Formatting endnotes vs footnotes in word processors like Google Docs and Microsoft Word is relatively straightforward, though the exact steps may vary slightly between platforms. And when you get your book formatted, the endnotes or footnotes should transfer. If not, make sure they’re aware of them ahead of time so it’s not a huge mess later.

Here’s how to format footnotes in both Google Docs and Word.

Google Docs Endnotes VS Footnotes Formatting

Whether you prefer Google Docs or another type of book writing software, this one is ideal for functions like endnotes and footnotes. Here’s the process to insert these for this platform:

FOOTNOTES specifically:

1. Place your cursor where you want the reference number of the endnote or footnote to appear, and click on the “Insert” menu at the top of the page.

2. Select “Footnote” from the dropdown menu.

Formatting Footnotes In Google Docs Example 1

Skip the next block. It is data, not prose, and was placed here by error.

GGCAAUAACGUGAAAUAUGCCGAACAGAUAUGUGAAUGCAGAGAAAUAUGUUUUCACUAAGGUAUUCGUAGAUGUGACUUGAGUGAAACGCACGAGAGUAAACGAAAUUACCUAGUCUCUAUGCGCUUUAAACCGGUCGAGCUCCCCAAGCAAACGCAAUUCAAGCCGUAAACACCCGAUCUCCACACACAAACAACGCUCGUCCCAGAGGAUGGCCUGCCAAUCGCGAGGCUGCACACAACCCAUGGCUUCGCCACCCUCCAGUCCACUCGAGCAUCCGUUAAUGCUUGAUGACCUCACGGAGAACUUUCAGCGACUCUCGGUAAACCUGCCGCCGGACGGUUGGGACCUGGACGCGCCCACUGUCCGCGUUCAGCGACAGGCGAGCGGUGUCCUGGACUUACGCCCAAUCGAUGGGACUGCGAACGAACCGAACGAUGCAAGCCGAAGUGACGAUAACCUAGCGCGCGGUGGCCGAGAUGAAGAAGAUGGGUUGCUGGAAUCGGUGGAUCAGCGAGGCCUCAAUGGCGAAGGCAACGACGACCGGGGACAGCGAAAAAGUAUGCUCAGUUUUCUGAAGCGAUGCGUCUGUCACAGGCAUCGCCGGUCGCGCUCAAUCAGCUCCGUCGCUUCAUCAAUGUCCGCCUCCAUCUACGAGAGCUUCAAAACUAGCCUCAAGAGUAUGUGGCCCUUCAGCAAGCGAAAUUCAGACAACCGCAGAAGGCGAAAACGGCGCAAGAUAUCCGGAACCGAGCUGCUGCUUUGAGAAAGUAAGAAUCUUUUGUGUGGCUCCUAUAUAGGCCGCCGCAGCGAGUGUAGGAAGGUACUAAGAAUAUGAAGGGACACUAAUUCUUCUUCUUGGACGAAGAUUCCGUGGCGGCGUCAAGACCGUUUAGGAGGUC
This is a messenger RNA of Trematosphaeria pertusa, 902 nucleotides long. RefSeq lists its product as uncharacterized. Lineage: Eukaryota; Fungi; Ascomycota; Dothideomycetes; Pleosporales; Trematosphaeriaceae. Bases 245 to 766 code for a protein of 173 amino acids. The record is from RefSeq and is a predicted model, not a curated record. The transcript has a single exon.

3. Google Docs will automatically insert a footnote number at the cursor’s location and create a corresponding footnote at the bottom of the page.

Formatting Footnotes In Google Docs Example 2

4. To edit the footnote text, simply click on the footnote number in the main text or the corresponding superscript number in the footnote section.

Formatting Footnotes In Google Docs Example 3

ENDNOTES Specifically:

NOTE: This process is to be completed after you have inserted all your references as footnotes first. It’s a conversion process for endnotes vs footnotes, but not both. So as you write your book, you will use the process above to include footnotes. Then, the process below will convert all of these to endnotes for you.

1. Open your Google Doc and go to the “Extensions” menu item, choose the “Add-ons” option and click “Get add-ons”

Formatting Endnotes In Google Docs Example 1

2. A box will appear with a search bar at the top.

3. Type “Endnote Generator” in the search bar and hit “enter” or “return” to search

4. Select the first option, titled “Endnote Generator” by Brian Bennett

Formatting Endnotes In Google Docs Example 2

5. Choose the “Individual Install” option and follow the prompts for which account to use

Formatting Endnotes In Google Docs Example 3

6. Once installed, close out of the windows

7. Now, go to “Extensions” and click “End Note Generator” and click “Run”

Formatting Endnotes In Google Docs Example 4

8. Click “Generate” and all your footnotes will be converted into endnotes at the end of your document.